## Geometry

The SLIDE surface, point, and face are special primitives that can not be directly instanced in groups.

### surface

A surface statement defines the material properties of a surface.

SLIDE Definition tclinit Definition
 surface id color ( color_triple ) reflectivity ( reflectivity_triple ) exponent exponent_float metallic metallic_float bitmap "texture_filename" SLF_TEXMAP ribbegin "rib_string" ribend "rib_string" endsurface
 slide create surface id \ -color { color_triple } \ -reflectivity { reflectivity_triple } \ -exponent exponent_float \ -metallic metallic_float \ -bitmap "texture_filename" SLF_TEXMAP \ -ribbegin "rib_string" \ -ribend "rib_string" \

SLIDE Defaults tclinit Defaults
 surface id color (` 0.5 0.5 0.5 `) reflectivity (` 1.0 1.0 1.0 `) exponent `1.0` metallic `0.0` bitmap `SLF_NULL` SLF_TEXMAP ribbegin `SLF_NULL` ribend `SLF_NULL` endsurface
 slide create surface id \ -color `{ 0.5 0.5 0.5 }` \ -reflectivity `{ 1.0 1.0 0.0 }` \ -exponent `1.0` \ -metallic `0.0` \ -bitmap `\$SLF_NULL` SLF_TEXMAP -ribbegin `\$SLF_NULL` \ -ribend `\$SLF_NULL`

Field Description
color The diffuse color of the surface as an RGB triple, where the red, green and blue components are each in the range [0, 1].
reflectivity The coefficients of reflectivity for ambient, diffuse, and specular reflection in that order. These three coefficients are in the range [0, 1].
exponent The exponent in the Phong lighting term. This is portional to the shininess of the surface which is inversely proportional to the surface roughness.
metallic The metallic factor of the surface, and is used to calculate the specular color of the surface from its diffuse color and the color of the illuminating light. This value is in the range [0, 1].
bitmap file.gif SLF_TEXMAP The name of a GIF image file that will be used as a texture map for the surface. The image should have dimensions that are powers of 2 (2n x 2m) in order to be displayed properly. Any image that is not of the proper dimensions will be cropped.

A more detailed explanation of these values and their role in doing lighting calculations is provided in the Lighting Model section.

Examples:

Red Matte Surface
Static SLIDE Procedural SLIDE
```# Red Matte Surface

surface sRed
color        (1 0 0)
reflectivity (0.95 0.95 0)
endsurface
```
```# Red Matte Surface
tclinit {
slide create surface sRed \
-color        { 1 0 0 } \
-reflectivity { 0.95 0.95 0 }
}
```

defines a fully saturated matte red material that reflects most light diffusely and none specularly.

Shiny Metallic Violet Surface
Static SLIDE Procedural SLIDE
```# Shiny Metallic Violet Surface

surface sShinyViolet
color        (0.8 0.3 1.0)
reflectivity (0.1 0.1 0.9)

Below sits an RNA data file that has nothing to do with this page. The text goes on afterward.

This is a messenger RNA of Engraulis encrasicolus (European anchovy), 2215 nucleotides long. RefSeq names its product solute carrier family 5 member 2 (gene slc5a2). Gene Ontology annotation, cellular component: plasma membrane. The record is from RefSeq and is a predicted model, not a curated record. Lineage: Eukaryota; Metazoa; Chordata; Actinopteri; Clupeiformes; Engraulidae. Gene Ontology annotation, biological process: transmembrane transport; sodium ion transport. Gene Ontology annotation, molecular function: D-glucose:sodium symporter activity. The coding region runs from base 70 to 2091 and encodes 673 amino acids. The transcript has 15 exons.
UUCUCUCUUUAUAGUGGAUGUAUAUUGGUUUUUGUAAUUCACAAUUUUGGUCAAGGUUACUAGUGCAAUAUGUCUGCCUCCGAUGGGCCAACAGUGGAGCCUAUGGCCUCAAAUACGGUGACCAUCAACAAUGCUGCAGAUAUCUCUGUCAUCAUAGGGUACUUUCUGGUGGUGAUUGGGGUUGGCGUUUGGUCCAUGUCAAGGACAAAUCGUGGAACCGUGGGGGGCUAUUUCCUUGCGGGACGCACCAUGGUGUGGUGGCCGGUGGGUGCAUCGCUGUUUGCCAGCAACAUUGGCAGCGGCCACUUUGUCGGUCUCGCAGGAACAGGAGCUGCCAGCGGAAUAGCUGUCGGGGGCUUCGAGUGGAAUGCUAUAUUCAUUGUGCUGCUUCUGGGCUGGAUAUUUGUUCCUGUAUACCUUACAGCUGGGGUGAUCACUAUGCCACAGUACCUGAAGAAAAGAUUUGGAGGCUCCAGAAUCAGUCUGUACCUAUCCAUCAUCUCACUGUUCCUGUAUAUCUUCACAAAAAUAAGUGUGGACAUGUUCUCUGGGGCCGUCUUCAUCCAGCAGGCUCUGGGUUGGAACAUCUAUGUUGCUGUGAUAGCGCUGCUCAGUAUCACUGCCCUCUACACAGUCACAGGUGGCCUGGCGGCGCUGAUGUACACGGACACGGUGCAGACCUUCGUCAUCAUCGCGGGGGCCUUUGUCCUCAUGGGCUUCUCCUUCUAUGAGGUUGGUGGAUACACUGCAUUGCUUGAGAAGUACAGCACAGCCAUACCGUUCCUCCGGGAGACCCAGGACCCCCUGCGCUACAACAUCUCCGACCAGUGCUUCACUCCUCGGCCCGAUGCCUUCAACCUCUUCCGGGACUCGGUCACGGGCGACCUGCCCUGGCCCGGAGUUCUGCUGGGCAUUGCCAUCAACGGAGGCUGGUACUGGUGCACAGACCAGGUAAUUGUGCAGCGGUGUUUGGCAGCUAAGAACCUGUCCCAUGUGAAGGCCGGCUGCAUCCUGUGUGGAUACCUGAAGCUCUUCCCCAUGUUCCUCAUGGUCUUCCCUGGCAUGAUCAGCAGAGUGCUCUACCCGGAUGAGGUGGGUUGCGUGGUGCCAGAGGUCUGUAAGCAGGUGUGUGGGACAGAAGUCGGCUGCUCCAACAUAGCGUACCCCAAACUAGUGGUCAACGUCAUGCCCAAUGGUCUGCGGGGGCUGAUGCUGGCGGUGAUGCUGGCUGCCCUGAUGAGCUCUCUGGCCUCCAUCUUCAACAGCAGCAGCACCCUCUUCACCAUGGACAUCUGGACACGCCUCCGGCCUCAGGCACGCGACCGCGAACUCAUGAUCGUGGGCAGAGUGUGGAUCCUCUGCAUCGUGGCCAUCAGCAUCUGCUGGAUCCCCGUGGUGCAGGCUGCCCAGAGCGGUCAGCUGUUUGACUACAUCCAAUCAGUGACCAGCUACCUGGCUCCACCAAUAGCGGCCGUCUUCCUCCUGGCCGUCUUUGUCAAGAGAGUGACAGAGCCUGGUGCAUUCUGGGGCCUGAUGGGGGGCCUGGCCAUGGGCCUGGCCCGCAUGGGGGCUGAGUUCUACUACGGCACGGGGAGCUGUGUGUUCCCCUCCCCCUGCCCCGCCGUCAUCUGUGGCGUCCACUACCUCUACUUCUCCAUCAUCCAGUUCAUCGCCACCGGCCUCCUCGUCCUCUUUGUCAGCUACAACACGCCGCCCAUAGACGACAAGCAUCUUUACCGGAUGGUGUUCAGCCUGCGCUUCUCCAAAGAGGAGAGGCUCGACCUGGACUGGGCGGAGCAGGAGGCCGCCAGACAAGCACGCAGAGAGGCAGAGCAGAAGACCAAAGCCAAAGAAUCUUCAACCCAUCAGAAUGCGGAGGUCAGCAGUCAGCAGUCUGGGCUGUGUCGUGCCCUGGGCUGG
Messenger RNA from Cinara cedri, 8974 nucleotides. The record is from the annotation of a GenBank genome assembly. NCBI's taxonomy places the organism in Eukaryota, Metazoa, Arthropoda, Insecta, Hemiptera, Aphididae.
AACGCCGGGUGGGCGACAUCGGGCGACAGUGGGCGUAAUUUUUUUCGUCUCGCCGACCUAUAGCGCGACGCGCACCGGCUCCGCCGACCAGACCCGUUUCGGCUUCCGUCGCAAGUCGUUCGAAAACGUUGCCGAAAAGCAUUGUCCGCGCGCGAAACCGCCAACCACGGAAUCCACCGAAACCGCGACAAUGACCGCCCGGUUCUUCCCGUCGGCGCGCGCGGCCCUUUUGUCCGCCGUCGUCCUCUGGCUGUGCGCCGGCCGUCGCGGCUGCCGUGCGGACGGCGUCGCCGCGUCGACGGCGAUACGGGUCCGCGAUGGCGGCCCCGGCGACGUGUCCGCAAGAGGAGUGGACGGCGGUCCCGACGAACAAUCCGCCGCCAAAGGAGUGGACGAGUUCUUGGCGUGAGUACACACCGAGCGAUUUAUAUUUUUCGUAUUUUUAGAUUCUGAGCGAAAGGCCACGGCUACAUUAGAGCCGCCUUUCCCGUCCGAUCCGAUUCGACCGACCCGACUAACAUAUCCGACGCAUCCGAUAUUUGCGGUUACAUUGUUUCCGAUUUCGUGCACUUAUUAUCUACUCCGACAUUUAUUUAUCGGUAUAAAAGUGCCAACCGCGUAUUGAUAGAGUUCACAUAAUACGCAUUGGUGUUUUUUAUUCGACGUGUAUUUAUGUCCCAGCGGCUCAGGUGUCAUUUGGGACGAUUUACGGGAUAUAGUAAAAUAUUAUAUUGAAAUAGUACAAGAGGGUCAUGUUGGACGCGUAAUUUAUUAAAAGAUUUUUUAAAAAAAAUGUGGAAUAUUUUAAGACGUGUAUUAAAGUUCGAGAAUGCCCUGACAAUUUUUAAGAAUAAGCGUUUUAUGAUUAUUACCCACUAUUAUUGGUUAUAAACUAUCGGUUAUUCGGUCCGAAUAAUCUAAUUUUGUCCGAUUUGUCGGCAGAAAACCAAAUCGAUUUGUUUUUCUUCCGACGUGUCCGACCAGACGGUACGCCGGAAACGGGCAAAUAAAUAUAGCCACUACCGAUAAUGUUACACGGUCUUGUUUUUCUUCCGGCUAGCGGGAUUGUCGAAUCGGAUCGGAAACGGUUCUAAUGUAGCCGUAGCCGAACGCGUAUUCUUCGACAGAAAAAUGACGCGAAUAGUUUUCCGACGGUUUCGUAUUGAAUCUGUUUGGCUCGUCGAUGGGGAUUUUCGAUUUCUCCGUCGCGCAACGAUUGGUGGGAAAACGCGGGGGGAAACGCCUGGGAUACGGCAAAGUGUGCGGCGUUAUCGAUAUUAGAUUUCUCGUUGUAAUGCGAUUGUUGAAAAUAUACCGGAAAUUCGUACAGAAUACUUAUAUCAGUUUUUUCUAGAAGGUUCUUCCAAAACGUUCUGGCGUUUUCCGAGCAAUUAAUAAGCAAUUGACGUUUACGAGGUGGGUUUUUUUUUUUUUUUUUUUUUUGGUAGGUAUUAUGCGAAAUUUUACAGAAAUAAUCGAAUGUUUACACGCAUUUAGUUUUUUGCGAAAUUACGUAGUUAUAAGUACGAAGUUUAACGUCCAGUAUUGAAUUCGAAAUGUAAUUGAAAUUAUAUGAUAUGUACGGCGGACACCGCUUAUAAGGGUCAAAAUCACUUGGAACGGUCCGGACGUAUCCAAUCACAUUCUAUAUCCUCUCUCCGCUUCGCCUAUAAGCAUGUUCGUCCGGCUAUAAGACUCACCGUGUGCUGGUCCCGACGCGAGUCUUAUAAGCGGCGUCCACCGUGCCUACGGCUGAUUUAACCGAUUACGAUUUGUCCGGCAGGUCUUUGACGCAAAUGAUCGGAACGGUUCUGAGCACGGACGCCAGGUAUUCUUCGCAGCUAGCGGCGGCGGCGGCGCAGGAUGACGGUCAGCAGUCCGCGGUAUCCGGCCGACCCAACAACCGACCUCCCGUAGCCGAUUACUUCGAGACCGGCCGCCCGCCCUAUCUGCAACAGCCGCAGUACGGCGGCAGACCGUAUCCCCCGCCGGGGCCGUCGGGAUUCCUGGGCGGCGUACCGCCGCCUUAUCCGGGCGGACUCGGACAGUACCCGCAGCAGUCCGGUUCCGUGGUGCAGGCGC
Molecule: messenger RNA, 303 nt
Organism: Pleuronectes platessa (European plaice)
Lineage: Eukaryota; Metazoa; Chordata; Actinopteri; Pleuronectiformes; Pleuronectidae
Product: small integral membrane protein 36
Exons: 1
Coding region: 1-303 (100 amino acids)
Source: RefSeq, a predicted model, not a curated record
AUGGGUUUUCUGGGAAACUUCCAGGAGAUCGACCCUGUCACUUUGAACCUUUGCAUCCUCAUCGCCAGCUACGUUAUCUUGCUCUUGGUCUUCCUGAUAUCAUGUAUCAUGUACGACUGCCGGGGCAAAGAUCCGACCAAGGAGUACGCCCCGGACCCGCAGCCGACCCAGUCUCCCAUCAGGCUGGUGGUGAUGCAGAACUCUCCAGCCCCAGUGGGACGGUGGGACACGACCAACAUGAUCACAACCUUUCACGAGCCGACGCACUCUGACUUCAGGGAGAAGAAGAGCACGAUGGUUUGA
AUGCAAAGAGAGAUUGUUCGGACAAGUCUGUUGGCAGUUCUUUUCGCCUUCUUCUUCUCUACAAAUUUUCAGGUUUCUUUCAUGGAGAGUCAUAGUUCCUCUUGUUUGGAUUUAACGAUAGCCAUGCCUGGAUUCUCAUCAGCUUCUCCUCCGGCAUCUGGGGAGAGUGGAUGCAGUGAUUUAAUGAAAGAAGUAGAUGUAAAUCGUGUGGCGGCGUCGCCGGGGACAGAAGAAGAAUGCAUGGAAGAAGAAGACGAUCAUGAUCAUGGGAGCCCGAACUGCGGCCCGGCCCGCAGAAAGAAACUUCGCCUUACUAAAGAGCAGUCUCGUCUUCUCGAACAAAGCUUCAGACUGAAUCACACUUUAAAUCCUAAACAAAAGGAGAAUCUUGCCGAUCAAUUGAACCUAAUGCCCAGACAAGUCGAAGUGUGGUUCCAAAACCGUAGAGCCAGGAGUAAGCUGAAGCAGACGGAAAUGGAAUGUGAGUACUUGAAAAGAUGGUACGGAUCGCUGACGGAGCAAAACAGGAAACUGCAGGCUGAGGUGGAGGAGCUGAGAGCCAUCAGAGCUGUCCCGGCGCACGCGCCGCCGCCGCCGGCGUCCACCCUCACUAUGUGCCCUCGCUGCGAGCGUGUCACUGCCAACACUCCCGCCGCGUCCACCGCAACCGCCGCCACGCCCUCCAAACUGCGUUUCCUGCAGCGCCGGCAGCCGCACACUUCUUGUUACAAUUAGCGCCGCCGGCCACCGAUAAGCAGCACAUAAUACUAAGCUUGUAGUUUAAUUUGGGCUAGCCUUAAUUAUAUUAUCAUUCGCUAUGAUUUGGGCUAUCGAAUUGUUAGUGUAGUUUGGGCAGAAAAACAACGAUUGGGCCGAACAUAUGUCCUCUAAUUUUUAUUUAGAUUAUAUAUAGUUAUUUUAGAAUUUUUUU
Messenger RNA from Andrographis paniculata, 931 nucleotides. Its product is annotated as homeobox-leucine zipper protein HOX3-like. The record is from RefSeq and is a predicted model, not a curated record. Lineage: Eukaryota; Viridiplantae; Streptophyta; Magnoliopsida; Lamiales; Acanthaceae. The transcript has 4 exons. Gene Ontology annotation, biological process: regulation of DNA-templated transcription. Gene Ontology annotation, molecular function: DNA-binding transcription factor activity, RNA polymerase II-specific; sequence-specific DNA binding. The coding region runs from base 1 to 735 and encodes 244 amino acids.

exponent     2.0
metallic     0.8
endsurface
```
```# Shiny Metallic Violet Surface
tclinit {
slide create surface sShinyViolet
-color        {0.8 0.3 1.0}
-reflectivity {0.1 0.1 0.9}
-exponent     2.0
-metallic     0.8
}
```

defines a metallic violet material that reflects some light diffusely and yields strong specular highlights.

### Inheritance of Surface Properties

Surface properties are propogated down the scene hierarchy in the same manner as shading flags. A node in the scene hierarchy will pass down its local surface object unless that surface is SLF_INHERIT in which case it will pass along its parent's surface object. There is no mechanism that allows a parent node to override a descendant's locally defined surface property. The default surface object for a node is SLF_INHERIT.

The propogation of surface properties is further complicated by interactions with shading flags down at the face and point levels. The following example illustrates the difference in surface property inheritance between flat and Gouraud shading. The example contains a single triangle with a blue surface applied to it. Two of the points which define the triangle have their own red and green surface properties assigned to them while the third one has `SLF_INHERIT` which means that it will inherit the blue surface property from the triangular face.

With flat shading applied, the face ignores any surface properties defined on its points and uses the surface property of the face to do shading. The entire triangle will be a single color under flat shading. If lighting is disabled, the triangle will simply take on the color value of the surface. If lighting is enabled, one lighting calculation will be done for the triangle at its psuedo-centroid (the unweighted average of the positions of all of the vertices of the face) using the face normal and the color value from the face's surface property.

With Gouraud shading applied, every vertex of the face can have a separate surface property, although only a single texture map will be used per face. If a point has a surface property locally defined then it will use that surface. If the point uses the default `SLF_INHERIT` surface then it will inherit the surface property of the face. In the example, the first two points use their red and green surfaces, respectively, while the third point inherits the blue surface from the face. If lighting is disabled like in the image below, the color values assigned at the different vertices will be linearly interpolated across the area of the face. With lighting enabled, a separate lighting calculation will be preformed at each vertex using the point's location, surface property, and normal. Then the calculated color values will be linearly interpolated across the area of the face.